Despite the daily accounts of the destruction of European Jewry, the leading American Jewish organizations believed that at the end of the war, there would be a significant number of surviving Jews who would face a multitude of problems.
In The Price of Liberty, A History of the American Jewish Committee, Nathan Schachner wrote that on February 9, 1940, the American Jewish Congress asked the American Jewish Committee to join with the Alliance Israélite Universelle, (an international Jewish organization founded in 1860 by the French statesman Adolphe Crémieux to safeguard the human rights of Jews around the world), and the Board of Deputies of British Jews in establishing a Peace Institute in Geneva under the auspices of the Congress.
The Congress had hoped that although this institute would be established by the World Jewish Congress, every Jewish organization in the US and around the world would cooperate with it. In February and May 1940, the Congress Bulletin reported on the institute, which would become “the instrument of the entire Jewish people for the purpose of obtaining our Jewish peace aims as well as united Jewish front in the fight for Jewish rights, security and freedom of our people everywhere.”
The proposal aroused much discussion in the American Jewish Committee, but they voted against the idea Schachner asserted. Members of the Committee believed it “inadvisable” to participate with the World Jewish Congress because it was “the symbol of the nationalist Jewish Weltanschauung [worldview] with a fundamental position that the Jews are a nation and constitute a separate political entities in the countries in which they live; a position which the Committee had consistently opposed.” They also felt that Geneva was not an appropriate location for the institute, since the city was surrounded by countries under Nazi rule, and that the proposed structure was too elaborate.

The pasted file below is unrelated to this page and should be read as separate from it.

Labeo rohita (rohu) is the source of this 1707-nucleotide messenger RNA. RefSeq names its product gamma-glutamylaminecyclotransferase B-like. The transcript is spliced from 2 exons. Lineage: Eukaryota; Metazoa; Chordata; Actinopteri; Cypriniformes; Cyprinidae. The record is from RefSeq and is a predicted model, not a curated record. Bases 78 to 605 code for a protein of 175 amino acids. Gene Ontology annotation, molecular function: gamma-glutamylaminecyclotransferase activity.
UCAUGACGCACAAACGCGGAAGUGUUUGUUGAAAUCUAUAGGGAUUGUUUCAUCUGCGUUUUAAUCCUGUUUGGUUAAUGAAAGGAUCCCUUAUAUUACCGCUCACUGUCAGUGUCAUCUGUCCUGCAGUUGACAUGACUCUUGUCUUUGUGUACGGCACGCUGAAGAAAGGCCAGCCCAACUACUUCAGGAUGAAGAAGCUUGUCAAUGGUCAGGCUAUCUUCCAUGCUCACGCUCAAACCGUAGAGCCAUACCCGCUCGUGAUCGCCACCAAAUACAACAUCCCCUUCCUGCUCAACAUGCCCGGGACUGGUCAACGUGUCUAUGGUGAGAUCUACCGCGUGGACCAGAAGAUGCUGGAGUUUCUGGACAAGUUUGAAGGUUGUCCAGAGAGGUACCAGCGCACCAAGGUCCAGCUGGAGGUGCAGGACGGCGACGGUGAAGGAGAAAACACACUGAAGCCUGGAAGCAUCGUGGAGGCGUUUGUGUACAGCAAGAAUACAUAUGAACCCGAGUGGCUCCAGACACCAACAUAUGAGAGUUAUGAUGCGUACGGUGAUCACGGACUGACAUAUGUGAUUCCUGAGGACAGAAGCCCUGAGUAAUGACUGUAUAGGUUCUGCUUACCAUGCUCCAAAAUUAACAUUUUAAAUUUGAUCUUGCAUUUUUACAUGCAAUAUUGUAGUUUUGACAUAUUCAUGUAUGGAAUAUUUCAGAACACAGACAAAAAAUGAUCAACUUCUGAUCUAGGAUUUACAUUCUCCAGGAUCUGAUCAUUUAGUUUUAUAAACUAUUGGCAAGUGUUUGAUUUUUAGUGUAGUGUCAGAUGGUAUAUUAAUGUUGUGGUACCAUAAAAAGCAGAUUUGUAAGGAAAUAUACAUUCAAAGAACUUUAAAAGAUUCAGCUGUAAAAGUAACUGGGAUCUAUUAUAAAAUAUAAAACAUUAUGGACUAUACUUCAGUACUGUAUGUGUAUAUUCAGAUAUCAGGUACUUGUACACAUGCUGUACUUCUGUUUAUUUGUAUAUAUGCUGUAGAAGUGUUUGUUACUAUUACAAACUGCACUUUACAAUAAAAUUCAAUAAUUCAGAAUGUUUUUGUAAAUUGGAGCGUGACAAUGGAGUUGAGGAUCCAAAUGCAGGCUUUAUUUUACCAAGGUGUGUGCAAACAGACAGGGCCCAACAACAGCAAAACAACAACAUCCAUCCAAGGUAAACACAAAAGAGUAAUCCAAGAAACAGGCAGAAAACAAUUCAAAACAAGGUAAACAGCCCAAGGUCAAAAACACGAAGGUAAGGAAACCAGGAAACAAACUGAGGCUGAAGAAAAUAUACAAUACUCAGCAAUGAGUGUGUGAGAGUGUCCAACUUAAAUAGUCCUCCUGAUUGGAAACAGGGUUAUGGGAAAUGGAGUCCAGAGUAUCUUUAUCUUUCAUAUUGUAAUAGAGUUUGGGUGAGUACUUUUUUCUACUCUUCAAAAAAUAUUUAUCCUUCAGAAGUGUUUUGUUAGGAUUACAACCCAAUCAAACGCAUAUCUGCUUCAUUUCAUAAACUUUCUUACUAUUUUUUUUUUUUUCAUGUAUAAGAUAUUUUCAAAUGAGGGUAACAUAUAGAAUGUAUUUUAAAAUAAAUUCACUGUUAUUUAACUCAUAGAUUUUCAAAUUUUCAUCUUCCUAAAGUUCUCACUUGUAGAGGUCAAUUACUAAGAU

The Committee’s refusal to participate in this effort did not suggest an insensitivity to the many critical issues the Jews would encounter at the end of hostilities. At the American Jewish Committee’s annual meeting on January 12, 1941, the delegates heard a report from the Committee on Peace Studies describing the research projects in post-war challenges presented the Research Institute on Peace and Post-War Problems, which was under the direction of Dr. Max Gottschalk the 1941 American Jewish Yearbook reported.
The “magnitude and diversity” of these problems was so “staggering” that the Committee recognized that it would have been “quixotic to pretend” that its own resources or that of any other single organization could adequately deal with all these issues. Yet it did not believe that all institutions devoted to this work should be consolidated into one organization. What is essential, the Committee believed, was that all those engaged in this work should pool their resources to avoid duplication, and that this information be made readily available to those who could put it to good use.
In addition to these two institutes, which began their work in 1941, there were the Research Institute for Jewish Post-War Problems of the Jewish Labor Committee, and a Research Institute of the War Problems of Torah Jewry under the auspices of the American branch of Agudath Israel.